Social Hacking: The Personal Touch

by | May 24, 2019

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Have you ever heard of social hacking? Learn how to apply it in business development and reach your goals with other people.

Social Hacking is somewhat of a buzzword referring to how you can apply social influence and psychology to reach your goals with other people.

An example could be leaving USB sticks lying around and waiting for someone to plug it in, deploying malware to gain intel. Or for a more positive example, offering favors establishing rapport.

As business developers we are always in contact with people. We heavily rely on human relationships and social hacking can be a powerful ally.

Read below how to use social hacking to make connections in our hyperconnected world. All starting from a psychological point of view!

How does our brain work?

Our brains are well equipped for dealing with the social intricacies in a stone age tribal society. However, they are not well equipped for meeting hundreds and thousands of people online and offline in the information era.

So many messages, comments, and contact requests go by and slip out of memory.

Evolutionary psychology provides explanations for how certain mechanisms in human behavior evolved. In essence, it argues that the way we behave now was probably beneficial for survival in early human history.

For example, the way we cooperate was beneficial for survival and that’s why we keep at it. However, evolutionary psychology has its limitations.

How can you really prove a mechanism stemmed from something that took place thousands of years ago? Despite its shortcomings, evolutionary psychology still offers some very interesting insights.

In fact, given that we haven’t biologically evolved in at least ten thousand years, we can safely assume our brains are roughly the same nowadays.

What can it tell us about conducting business in the present day?

I spend nearly 10 years studying how psychology impacts the business world. Considering that every product or service is meant for people, understanding how people behave is essential to be successful.

An interesting fact I learned is that humans have a limited capacity to hold a lot of individual people in our heads. It was enough to keep track of a few tribes in the past, but our societies now are too big.

It doesn’t take much effort to think about the personal characteristics of ten people. However, crank that number to ten million or even just ten thousand and you’re going to struggle.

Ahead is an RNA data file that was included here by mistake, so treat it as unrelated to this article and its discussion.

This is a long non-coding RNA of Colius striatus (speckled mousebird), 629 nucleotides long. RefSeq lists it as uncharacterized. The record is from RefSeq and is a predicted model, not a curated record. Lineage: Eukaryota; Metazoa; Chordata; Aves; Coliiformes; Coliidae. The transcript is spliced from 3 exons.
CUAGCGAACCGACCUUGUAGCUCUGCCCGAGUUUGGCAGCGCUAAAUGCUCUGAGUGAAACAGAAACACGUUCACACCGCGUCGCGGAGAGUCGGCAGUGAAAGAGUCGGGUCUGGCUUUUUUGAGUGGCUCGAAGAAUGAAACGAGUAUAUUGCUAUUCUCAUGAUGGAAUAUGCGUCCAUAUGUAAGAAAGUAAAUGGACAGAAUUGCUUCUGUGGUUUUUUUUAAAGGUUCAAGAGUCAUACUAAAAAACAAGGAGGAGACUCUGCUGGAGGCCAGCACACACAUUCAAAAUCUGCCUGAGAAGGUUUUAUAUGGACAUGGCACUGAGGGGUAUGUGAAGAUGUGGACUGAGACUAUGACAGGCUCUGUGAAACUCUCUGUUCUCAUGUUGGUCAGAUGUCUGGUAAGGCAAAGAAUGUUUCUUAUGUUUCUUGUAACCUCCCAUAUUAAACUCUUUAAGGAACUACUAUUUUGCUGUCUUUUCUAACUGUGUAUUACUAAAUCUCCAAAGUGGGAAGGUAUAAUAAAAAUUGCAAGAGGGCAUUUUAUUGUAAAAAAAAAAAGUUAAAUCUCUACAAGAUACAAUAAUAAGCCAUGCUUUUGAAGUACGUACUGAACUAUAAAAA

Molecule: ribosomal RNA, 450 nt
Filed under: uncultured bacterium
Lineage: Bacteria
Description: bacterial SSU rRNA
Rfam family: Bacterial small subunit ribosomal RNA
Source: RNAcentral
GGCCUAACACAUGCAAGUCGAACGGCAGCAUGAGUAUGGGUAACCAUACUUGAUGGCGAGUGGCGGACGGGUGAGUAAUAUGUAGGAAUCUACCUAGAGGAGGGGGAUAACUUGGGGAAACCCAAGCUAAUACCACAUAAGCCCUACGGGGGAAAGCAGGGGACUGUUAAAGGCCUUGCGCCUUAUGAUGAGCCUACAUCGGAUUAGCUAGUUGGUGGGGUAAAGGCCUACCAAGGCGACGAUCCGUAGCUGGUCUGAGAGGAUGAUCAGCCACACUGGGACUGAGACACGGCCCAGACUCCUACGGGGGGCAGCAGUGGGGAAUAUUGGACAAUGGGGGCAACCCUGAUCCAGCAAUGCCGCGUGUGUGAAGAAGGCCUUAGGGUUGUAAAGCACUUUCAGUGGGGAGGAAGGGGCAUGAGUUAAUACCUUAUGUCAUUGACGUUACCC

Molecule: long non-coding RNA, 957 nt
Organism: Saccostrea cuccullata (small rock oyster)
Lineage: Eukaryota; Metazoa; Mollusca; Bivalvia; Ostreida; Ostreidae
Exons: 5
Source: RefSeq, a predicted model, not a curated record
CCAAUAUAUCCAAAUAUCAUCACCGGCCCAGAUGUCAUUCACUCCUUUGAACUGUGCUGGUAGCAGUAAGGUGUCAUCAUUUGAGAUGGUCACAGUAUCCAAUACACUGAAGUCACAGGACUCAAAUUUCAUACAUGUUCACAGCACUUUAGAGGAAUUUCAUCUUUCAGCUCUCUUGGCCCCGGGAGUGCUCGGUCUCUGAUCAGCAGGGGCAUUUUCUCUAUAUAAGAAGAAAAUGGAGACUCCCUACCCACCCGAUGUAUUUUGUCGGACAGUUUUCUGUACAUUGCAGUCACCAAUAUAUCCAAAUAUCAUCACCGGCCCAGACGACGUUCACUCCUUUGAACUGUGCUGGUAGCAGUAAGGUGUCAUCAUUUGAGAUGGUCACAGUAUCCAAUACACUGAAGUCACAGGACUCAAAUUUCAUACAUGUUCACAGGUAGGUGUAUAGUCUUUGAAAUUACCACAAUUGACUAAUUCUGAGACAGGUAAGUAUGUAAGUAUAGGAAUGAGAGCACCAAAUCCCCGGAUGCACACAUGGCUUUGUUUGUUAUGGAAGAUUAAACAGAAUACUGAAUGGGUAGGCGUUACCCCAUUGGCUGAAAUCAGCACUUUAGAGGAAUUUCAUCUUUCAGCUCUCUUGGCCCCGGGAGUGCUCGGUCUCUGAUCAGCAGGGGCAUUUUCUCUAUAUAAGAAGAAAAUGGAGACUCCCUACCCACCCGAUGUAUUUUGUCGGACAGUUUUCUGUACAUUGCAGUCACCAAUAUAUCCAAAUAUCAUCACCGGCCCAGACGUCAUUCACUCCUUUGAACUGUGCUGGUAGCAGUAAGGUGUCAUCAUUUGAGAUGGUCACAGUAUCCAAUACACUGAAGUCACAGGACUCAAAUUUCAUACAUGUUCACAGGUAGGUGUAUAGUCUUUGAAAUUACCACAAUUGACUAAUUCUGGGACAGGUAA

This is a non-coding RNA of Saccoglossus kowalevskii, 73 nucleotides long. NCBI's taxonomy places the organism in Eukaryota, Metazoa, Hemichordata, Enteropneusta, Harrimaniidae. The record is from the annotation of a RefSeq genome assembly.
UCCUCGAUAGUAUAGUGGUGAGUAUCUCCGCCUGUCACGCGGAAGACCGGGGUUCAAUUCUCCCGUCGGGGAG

If our brains can only hold a hundred or so connections in our heads at a time, to make an impression we have to make it personal. Making an impression to score a client, in turn, is essential to establish a lasting business relationship.

I dread making phone calls and cold approaches but it’s infinitely more impactful than sending emails. If I got a euro for every email that didn’t get a response, I would make that my job.

An email is easy to ignore. It barely even feels like there’s a person sending it – and in some cases, there isn’t. Emailing does serve an important function: it allows to reach out to people you can’t possibly reach otherwise.

However, it does miss out on giving a personal impression. Since it’s more difficult than ever to leave a lasting impact, it’s easier for emails to be ignored. It’s bad business of course but nonetheless something very human as well.

Is text good for anything? This article is in text and someone might be reading it. It can be very informative. It might not make a personal contact with everyone who reads this but it may entice a reader.

You could become interested in establishing a business relationship in the future even though we haven’t established a personal connection yet. Reading and writing are certainly more indirect than a personal connection. It’s amazing for mass communication – or as we call it, marketing.

But when it comes to doing business 1-on-1 it’s definitely less effective.

Social hacking: what’s the takeaway?

Make the contact as personal as possible. Meet face-to-face, use video calls, or even just a phone call. Everybody is forgettable, more so if their only representation is a piece of text.

Ironically, I’m writing this instead of shouting it in front of an audience, but here the compromise becomes apparent too. With text you can reach more people that you feasibly couldn’t otherwise. Prefer personal for specific contacts, text for broad announcements and enticing people.

Are you already using social hacking in your business development role? Share your experience in our community.

Continue reading: Top communication skills to boost your business development career.

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Author

Ray Pohjanheimo

Cyberpsychologist (MSc.)

I spent 10 000 hours studying psychology so that I could give you the most important behavioral insights for business development in one hour or less.

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